** * The ''Film/SpiderManTrilogy'' changed ILoveNuclearPower to GeneticEngineeringIsTheNewNuke in regards to Spider-Man's SuperHeroOrigin, as it was slightly easier to HandWave a scientifically altered spider than a random million-to-one chance of an irradiated spider (and [[ArtisticLicensePhysics irradiating a spider wouldn't make it do that]]). The comic book's artificial webshooters were dropped because the movie didn't have time to believably show Peter inventing them (and because they felt that a single teenager being able to invent a wonder adhesive that 3M couldn't strained WillingSuspensionOfDisbelief). In fact, most of the first two films were this, and so was some of Part 3 in regards to the Symbiote.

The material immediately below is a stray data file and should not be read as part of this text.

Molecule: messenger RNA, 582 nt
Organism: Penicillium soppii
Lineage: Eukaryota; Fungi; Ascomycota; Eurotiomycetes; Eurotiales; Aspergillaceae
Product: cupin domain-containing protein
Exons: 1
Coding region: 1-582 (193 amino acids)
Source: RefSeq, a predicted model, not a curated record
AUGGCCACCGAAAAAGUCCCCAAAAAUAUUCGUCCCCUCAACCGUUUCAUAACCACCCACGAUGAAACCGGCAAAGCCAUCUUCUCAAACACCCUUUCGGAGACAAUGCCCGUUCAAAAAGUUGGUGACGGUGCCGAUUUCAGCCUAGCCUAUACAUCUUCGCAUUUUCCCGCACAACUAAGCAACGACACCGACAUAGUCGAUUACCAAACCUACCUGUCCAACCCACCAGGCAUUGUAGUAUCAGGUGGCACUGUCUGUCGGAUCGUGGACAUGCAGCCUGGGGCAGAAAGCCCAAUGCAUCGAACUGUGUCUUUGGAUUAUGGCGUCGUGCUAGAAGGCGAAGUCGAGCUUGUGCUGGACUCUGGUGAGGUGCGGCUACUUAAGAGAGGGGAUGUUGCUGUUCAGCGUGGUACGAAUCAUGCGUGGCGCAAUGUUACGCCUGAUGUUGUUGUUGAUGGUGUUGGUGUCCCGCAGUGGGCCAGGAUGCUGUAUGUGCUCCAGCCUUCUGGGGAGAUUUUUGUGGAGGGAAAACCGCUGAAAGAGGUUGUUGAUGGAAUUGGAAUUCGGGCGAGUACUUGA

** * ''Film/TheAmazingSpiderMan'' has another nice take on it: Peter ''steals'' an experimental web formula from Oscorp, which he simply needs to refine a bit and build web-shooters for (based on the already-existing technology) to serve his purposes. Peter Parker does ''not'' begin his career with the 'ubergeek' personality. Someone capable of building gadgets [[note]]a talent that we see put into practice with more than just the webshooters, which he can't even take full credit for in this film[[/note]]like him would actually be considered pretty cool, so he's more of a loner here; the only one at his school who really looks down on him is Flash Thompson. Uncle Ben's role is expanded, but this just makes his death sadder. The 'wrestling' bit is left out, too. These changes are ''all'' needed to keep the film from being a retelling of the origin story as shown in the first film of the previous trilogy.